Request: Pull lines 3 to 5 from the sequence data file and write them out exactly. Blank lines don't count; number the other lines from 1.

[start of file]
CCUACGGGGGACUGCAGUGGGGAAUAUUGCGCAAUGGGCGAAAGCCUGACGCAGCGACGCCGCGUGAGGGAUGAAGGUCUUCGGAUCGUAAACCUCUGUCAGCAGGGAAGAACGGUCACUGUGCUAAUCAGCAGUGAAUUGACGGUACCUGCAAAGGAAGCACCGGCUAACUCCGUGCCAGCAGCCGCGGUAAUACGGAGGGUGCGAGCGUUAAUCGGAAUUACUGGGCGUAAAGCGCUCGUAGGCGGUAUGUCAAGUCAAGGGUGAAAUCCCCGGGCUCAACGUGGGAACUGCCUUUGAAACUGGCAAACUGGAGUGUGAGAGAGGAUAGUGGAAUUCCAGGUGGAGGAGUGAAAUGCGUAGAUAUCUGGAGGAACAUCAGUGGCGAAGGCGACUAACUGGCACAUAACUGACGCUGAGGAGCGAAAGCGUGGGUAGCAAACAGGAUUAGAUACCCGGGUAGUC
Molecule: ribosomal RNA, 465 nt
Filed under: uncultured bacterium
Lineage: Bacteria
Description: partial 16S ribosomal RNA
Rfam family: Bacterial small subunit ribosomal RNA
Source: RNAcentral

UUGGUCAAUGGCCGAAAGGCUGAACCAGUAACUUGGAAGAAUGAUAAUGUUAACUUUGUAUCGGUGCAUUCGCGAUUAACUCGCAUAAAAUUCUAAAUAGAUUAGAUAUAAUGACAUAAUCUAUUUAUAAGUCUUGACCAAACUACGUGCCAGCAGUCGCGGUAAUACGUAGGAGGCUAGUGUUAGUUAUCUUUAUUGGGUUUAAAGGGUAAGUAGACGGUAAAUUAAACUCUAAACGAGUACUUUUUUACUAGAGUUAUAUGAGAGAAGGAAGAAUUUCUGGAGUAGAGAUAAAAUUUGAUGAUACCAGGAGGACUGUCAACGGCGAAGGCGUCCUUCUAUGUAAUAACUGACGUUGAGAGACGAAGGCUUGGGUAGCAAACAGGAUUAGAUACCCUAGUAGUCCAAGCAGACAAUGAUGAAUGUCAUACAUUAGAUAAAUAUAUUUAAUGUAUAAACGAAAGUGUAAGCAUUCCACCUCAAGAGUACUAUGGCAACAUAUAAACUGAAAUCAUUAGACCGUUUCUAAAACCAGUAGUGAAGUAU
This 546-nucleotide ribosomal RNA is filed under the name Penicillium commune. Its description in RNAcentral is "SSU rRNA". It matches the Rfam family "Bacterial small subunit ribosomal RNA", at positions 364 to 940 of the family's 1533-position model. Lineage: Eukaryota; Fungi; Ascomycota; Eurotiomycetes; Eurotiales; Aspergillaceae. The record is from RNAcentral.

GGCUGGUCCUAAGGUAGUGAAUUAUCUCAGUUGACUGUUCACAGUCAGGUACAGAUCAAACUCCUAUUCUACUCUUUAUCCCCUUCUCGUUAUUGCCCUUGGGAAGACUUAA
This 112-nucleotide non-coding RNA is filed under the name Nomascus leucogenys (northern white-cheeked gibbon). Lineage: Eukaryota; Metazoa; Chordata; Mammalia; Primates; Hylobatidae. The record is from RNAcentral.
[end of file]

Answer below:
Filed under: uncultured bacterium
Lineage: Bacteria
Description: partial 16S ribosomal RNA